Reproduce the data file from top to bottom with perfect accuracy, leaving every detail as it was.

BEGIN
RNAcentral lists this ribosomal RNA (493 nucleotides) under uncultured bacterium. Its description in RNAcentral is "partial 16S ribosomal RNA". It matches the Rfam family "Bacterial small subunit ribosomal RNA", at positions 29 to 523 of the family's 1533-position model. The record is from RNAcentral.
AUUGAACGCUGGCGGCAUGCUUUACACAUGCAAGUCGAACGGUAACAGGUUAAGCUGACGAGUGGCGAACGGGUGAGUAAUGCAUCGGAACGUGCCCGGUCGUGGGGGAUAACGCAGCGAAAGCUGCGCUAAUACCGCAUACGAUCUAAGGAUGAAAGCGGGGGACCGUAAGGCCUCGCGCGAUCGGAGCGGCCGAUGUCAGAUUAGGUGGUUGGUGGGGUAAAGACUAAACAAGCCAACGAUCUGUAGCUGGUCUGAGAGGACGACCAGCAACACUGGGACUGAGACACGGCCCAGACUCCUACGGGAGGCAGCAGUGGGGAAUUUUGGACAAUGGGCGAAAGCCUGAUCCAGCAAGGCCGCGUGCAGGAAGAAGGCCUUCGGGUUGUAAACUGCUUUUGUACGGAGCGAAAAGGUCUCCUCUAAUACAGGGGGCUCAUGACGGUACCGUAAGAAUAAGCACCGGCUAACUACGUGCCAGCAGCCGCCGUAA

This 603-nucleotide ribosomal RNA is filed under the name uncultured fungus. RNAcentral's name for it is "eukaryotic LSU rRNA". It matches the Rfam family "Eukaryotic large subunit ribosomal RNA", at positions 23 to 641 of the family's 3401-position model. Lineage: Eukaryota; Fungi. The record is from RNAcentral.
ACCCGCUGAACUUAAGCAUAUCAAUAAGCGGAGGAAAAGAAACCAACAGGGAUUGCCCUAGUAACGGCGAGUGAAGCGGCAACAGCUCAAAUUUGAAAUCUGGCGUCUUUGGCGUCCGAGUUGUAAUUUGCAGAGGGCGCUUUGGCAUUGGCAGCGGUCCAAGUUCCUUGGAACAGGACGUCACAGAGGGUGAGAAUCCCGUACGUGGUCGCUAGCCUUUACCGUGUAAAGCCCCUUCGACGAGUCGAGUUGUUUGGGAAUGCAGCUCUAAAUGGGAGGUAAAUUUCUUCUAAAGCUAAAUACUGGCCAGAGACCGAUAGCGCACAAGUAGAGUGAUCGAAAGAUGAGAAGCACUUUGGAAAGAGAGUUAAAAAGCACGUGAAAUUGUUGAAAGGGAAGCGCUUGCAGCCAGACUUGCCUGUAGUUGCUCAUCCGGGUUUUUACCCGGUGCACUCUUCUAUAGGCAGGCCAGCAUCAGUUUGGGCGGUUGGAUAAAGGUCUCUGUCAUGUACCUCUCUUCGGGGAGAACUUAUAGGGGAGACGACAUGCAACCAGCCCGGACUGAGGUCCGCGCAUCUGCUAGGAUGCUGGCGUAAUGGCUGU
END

RNAcentral lists this ribosomal RNA (493 nucleotides) under uncultured bacterium. Its description in RNAcentral is "partial 16S ribosomal RNA". It matches the Rfam family "Bacterial small subunit ribosomal RNA", at positions 29 to 523 of the family's 1533-position model. The record is from RNAcentral.
AUUGAACGCUGGCGGCAUGCUUUACACAUGCAAGUCGAACGGUAACAGGUUAAGCUGACGAGUGGCGAACGGGUGAGUAAUGCAUCGGAACGUGCCCGGUCGUGGGGGAUAACGCAGCGAAAGCUGCGCUAAUACCGCAUACGAUCUAAGGAUGAAAGCGGGGGACCGUAAGGCCUCGCGCGAUCGGAGCGGCCGAUGUCAGAUUAGGUGGUUGGUGGGGUAAAGACUAAACAAGCCAACGAUCUGUAGCUGGUCUGAGAGGACGACCAGCAACACUGGGACUGAGACACGGCCCAGACUCCUACGGGAGGCAGCAGUGGGGAAUUUUGGACAAUGGGCGAAAGCCUGAUCCAGCAAGGCCGCGUGCAGGAAGAAGGCCUUCGGGUUGUAAACUGCUUUUGUACGGAGCGAAAAGGUCUCCUCUAAUACAGGGGGCUCAUGACGGUACCGUAAGAAUAAGCACCGGCUAACUACGUGCCAGCAGCCGCCGUAA

This 603-nucleotide ribosomal RNA is filed under the name uncultured fungus. RNAcentral's name for it is "eukaryotic LSU rRNA". It matches the Rfam family "Eukaryotic large subunit ribosomal RNA", at positions 23 to 641 of the family's 3401-position model. Lineage: Eukaryota; Fungi. The record is from RNAcentral.
ACCCGCUGAACUUAAGCAUAUCAAUAAGCGGAGGAAAAGAAACCAACAGGGAUUGCCCUAGUAACGGCGAGUGAAGCGGCAACAGCUCAAAUUUGAAAUCUGGCGUCUUUGGCGUCCGAGUUGUAAUUUGCAGAGGGCGCUUUGGCAUUGGCAGCGGUCCAAGUUCCUUGGAACAGGACGUCACAGAGGGUGAGAAUCCCGUACGUGGUCGCUAGCCUUUACCGUGUAAAGCCCCUUCGACGAGUCGAGUUGUUUGGGAAUGCAGCUCUAAAUGGGAGGUAAAUUUCUUCUAAAGCUAAAUACUGGCCAGAGACCGAUAGCGCACAAGUAGAGUGAUCGAAAGAUGAGAAGCACUUUGGAAAGAGAGUUAAAAAGCACGUGAAAUUGUUGAAAGGGAAGCGCUUGCAGCCAGACUUGCCUGUAGUUGCUCAUCCGGGUUUUUACCCGGUGCACUCUUCUAUAGGCAGGCCAGCAUCAGUUUGGGCGGUUGGAUAAAGGUCUCUGUCAUGUACCUCUCUUCGGGGAGAACUUAUAGGGGAGACGACAUGCAACCAGCCCGGACUGAGGUCCGCGCAUCUGCUAGGAUGCUGGCGUAAUGGCUGU